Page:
Fuzzing – such a wonderful concept. I wish it worked more often usual. Anyway, here is my attempt to put down a fuzzer for testing various web client specific issues. The fuzzer is written in python and I am not aware of any other tool that fuzzes the way I do, although I must admit, haven’t researched enough. I found most of the tools out there kind of over complicated. I guess, we’ve lost the ability to write simple and effective software.

Before going further I need to mention a few things about my motivation to write a fuzzer. The reason behind it is Hamachi. Hamachi is incredibly good tool but, IMHO, it does it in the wrong way – or maybe I am doing it the wrong way; it is up to you to decide. Hamachi is a fuzzer that uses exclusively JavaScript for fuzzing the DOM and all other associated components.

The problem with using just JavaScript is that it is very much unreliable. JavaScript for HTML is not designed to be procedural. It is event based. This is the reason why the browser hangs when you put it through some humongous loops.

Also, while in these loops, the browser can and will potentially eat all your memory due to various memory leaks. This may result into unexpected crashes and various other unrelated issues (false positives) which you cannot easily filter through.

Last but not least, you may not know what exactly caused the crash or the bug to occur. Hamachi sends requests to a remote server which logs all the events. This is cool, but again, you may end up with a couple of things to try before figuring out what exactly was the cause for the unexpected behavior.

For these reason, I decided that fuzzing the browser with one huge blob of JavaScript is not efficient, not even as customizable as I would like it to be, and not as simple as it really should be. So instead of using JS to fuzz the DOM, I instruct the browser to repeatedly connect to a server and fetch a new test until no more tests are available. In order to achieve that, I had to write a server, an engine for launching tests and provide some dictionaries everyone can make use of. Believe me, it is easier then it sounds. Here follows the code of the fuzzer:

http://www.gnucitizen.org/static/blog/2007/10/fuzzer.py

Notice that the actual fuzzer is not more then 20 lines of code. The rest is just dictionaries, some demo tests and of course, the synthetic sugar for the command line options. The concepts involved into this tool are based around the idea of writing test cases. I simply call them generators. A generator is a function which is prefixed with generator_ and does not return but yields stuff out. An example of a generator is the function defined bellow:

def generator_ff_javascript():
    """ discover arbitrary Sandboxes in Firefox """
    
    global ITERATION
    
    for tag in dict_tags:
        for attribute in dict_attributes:
            logging.info('''<%s %s="javascript:dump(%d + '--' + this + '\\n')">''' % (tag, attribute, ITERATION, tag))
            yield '''<%s %s="javascript:dump(%d + '--' + this + '\\n')">''' % (tag, attribute, ITERATION, tag)

I used the above test case in order to discover hidden sandboxes in FF. Firefox is full of little wonders. It seams that elements like img does execute JavaScript after all. However, this javascript is located inside a sandbox which does not have access to external methods such as alert. Therefore, the JavaScript execution is invisible to the naked eye. However, if you simply do something like this:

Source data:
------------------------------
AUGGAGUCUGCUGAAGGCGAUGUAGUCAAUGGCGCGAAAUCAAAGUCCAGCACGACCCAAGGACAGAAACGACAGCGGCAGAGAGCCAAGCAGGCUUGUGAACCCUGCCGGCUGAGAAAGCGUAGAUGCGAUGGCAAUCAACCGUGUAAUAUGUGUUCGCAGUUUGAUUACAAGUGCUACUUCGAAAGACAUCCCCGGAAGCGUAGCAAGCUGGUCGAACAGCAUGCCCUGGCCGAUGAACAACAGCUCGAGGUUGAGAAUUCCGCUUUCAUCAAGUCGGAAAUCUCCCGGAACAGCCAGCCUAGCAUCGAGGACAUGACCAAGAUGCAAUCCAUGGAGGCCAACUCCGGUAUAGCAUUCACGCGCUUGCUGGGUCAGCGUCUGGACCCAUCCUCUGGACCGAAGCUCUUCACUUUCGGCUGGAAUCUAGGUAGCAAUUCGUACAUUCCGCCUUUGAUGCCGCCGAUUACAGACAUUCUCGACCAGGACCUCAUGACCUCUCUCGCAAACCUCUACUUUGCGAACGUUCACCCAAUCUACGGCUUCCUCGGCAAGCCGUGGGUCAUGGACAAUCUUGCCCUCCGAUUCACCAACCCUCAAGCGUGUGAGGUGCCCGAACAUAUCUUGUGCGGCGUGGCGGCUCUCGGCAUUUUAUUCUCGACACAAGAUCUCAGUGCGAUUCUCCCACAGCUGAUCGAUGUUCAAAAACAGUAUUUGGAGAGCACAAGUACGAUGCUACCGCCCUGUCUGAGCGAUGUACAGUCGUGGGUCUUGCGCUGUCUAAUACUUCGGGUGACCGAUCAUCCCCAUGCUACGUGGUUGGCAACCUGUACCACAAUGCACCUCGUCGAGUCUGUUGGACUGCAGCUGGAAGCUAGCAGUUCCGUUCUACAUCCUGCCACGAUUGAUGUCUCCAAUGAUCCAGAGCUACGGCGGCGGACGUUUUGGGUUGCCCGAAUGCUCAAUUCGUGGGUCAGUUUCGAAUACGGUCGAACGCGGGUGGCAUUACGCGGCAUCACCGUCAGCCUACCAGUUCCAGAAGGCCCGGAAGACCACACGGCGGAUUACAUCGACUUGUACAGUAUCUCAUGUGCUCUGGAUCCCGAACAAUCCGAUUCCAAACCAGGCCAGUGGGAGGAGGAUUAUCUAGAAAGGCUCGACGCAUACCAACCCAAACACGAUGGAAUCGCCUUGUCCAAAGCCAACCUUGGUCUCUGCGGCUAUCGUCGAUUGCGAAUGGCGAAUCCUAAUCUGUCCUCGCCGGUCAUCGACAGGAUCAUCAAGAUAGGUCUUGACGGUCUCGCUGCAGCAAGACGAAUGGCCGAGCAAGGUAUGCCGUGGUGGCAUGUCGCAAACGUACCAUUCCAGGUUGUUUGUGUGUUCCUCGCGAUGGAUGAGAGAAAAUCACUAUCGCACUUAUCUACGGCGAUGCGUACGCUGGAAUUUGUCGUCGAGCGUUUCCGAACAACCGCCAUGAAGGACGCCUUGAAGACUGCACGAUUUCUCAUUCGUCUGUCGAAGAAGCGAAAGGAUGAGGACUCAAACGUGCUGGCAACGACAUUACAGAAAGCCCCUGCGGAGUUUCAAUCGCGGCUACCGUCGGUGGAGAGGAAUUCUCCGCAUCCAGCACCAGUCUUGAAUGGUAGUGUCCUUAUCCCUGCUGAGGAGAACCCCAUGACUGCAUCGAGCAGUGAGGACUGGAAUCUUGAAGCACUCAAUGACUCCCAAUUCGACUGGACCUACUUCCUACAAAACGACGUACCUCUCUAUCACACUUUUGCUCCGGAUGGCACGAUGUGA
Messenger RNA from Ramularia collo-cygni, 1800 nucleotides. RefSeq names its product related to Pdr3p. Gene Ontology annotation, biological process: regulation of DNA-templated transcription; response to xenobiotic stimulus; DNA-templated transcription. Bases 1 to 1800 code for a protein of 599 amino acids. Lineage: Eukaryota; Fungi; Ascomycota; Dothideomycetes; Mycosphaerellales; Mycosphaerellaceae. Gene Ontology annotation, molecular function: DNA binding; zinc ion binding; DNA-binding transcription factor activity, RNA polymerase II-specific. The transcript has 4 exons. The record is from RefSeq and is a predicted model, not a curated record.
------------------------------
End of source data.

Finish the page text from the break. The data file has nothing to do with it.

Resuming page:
<img src="javascript:throw this"/>

… you will see what I am talking about. The generator that I wrote in order to find all elements that have these hidden sandboxes, does nothing more, but to go through each element in the dictionary and then each attribute. For each combination, the method yields HTML text which records the magic inside the Firefox command line console (i.e firefox.exe -console). If you want to write more fuzz test cases, follow the template from above and you won’t get it wrong. The fuzzer contains some builtin generators you can learn from.

From the command line you can do a lot of things with the fuzzer. You can bind it to specific port and IP address. You can skip steps, like when you discover a crash at iteration 145, you might want to continue the next time from 146 (it makes sense). You can filter out stuff based on simple regular expressions. You can dump the iterations. You can supply a different template (the mechanism that instructs the browser to refresh and get the next combination). You can specify the verbosity level. You can also list available generators that are currently present inside the test file. This sort of mechanism guarantees that over time you will build some kind of history of your work (i.e. you can refer back to your generators or use them in some other test cases).

Btw, point your browser to http://your_host:your_port/fuzzing in order to start the fuzzing process.

I guess some kind of proper documentation is really needed to show the true power and simplicity of the fuzzer. Though, it is just a tiny tool when compared to most fuzzing frameworks but it has done some great stuff for me in the past. So, learn from the command line. Read the source.

Please, let me know if you have any suggestions, corrections or recommendations. If you want to improve on it, I have 3 words for you: Keep it Simple!